Lesson:

Everyone has different skills, resources, and unique gifts to offer. It is important to take turns and share the hard tasks.


Fact:

When a goose is wounded, shot or sick, two geese drop out of formation and follow it down to help protect it. They stay until it is able to regain strength enough to fly. Then they catch up with their flock or join another formation.

Lesson:

If we have enough sense as the geese do, we stand by each other in difficult times as well as when we are strong.
Transcribed from a speech given by Angeles Arrien at the 1991 Organizational Development Network.

Harvest to Hibernation: Preparing the Hearth

Fall is traditionally thought of as harvest time, a time for gathering nature’s bounty, and preparing it for storage. Food is preserved for hibernation season. While we, as humans, do not actually hibernate in winter, we resonate with the energy of the season. Many animals hibernate, plants die down while roots preserve energy for the spring. The sun is low in the sky, days are shorter, it is darker and colder and we are drawn home.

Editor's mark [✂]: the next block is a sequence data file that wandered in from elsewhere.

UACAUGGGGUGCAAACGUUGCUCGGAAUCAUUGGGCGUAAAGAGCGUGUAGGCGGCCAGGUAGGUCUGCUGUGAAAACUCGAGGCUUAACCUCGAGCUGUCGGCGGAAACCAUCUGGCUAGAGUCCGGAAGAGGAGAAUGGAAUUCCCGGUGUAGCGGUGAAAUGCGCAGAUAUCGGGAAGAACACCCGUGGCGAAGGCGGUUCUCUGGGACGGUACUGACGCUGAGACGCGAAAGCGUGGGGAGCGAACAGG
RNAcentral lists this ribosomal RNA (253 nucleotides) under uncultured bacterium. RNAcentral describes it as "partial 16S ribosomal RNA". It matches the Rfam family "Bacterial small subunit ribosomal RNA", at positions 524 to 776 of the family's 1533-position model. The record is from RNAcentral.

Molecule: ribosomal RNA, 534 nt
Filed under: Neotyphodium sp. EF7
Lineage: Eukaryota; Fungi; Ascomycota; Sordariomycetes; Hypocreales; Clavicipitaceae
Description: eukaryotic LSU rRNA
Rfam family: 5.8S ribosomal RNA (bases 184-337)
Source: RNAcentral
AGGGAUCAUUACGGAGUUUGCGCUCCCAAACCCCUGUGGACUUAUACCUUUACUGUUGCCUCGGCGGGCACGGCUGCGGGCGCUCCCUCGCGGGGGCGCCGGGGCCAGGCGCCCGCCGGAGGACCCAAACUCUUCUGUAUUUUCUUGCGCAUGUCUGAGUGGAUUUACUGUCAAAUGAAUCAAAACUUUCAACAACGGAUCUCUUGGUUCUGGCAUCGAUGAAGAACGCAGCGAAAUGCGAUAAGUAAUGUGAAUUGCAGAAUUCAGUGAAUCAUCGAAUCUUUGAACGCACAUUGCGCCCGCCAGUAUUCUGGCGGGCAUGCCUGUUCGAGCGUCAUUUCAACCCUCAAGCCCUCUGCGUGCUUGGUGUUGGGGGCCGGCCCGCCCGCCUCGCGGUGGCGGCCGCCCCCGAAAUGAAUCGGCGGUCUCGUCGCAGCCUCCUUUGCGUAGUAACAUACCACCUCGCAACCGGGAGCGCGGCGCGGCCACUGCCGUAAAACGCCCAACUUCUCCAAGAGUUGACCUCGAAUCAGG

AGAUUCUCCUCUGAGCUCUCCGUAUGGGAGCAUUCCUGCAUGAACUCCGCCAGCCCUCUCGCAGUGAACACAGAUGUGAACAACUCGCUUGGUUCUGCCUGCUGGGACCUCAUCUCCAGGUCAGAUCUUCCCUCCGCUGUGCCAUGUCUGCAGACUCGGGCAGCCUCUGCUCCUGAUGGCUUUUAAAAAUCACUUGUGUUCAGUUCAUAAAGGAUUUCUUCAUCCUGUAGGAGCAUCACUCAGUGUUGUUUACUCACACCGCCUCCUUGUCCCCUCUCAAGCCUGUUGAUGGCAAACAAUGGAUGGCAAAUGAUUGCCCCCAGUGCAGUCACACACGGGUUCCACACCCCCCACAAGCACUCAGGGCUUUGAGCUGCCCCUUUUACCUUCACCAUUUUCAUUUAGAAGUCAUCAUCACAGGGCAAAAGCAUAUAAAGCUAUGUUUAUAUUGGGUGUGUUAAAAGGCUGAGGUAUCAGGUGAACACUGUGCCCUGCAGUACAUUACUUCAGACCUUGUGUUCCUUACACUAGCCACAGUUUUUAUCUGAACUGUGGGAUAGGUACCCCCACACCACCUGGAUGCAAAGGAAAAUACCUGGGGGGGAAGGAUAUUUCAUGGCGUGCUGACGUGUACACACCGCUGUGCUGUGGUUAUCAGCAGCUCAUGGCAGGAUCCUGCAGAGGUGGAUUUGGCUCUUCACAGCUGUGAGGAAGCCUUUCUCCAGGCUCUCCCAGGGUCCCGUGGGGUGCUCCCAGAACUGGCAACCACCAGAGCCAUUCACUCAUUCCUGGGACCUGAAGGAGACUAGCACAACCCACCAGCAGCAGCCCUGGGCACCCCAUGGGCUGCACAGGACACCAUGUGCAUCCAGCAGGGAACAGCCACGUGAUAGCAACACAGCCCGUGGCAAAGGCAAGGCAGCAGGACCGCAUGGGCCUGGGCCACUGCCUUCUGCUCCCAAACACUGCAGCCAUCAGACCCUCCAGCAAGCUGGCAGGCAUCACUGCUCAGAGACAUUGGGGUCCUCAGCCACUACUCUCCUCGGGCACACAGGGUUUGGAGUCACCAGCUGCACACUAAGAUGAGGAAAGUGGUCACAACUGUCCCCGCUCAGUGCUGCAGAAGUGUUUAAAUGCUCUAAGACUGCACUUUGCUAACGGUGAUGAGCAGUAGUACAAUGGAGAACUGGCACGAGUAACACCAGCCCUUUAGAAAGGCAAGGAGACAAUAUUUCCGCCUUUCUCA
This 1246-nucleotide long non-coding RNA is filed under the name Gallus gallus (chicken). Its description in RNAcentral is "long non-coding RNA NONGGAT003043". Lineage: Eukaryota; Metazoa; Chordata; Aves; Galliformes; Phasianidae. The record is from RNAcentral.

Home is where the heart is but it is also where the hearth is. Preparing the hearth means creating a warm, safe space. Fall is a time to make sure our homes are ready for the extreme yin season, while also preparing our bodies, minds and spirits. Surviving and thriving in winter relies on the ability to draw on the reserves of food, warmth, and energy that we have gathered and preserved in accordance with the seasons.

Here are some things to consider in Fall to better prepare for winter:

Nutritional transitions: In Chinese Medicine, Fall is lung season. Don’t miss this opportunity to nourish and moisten the lungs with foods like pears, apples, figs, cauliflower, and daikon radish. Keeping the lungs strong will build immunity for the sometimes harsh conditions we face in Winter. Plenty of fiber is also important to help clean out LI (the lung’s paired organ) and prevent digestive stagnation as everything slows down in Winter. Most food should be cooked to maintain the body’s digestive fire. Warming teas with cinnamon and ginger are delightfully seasonable as temperatures drop throughout fall and winter.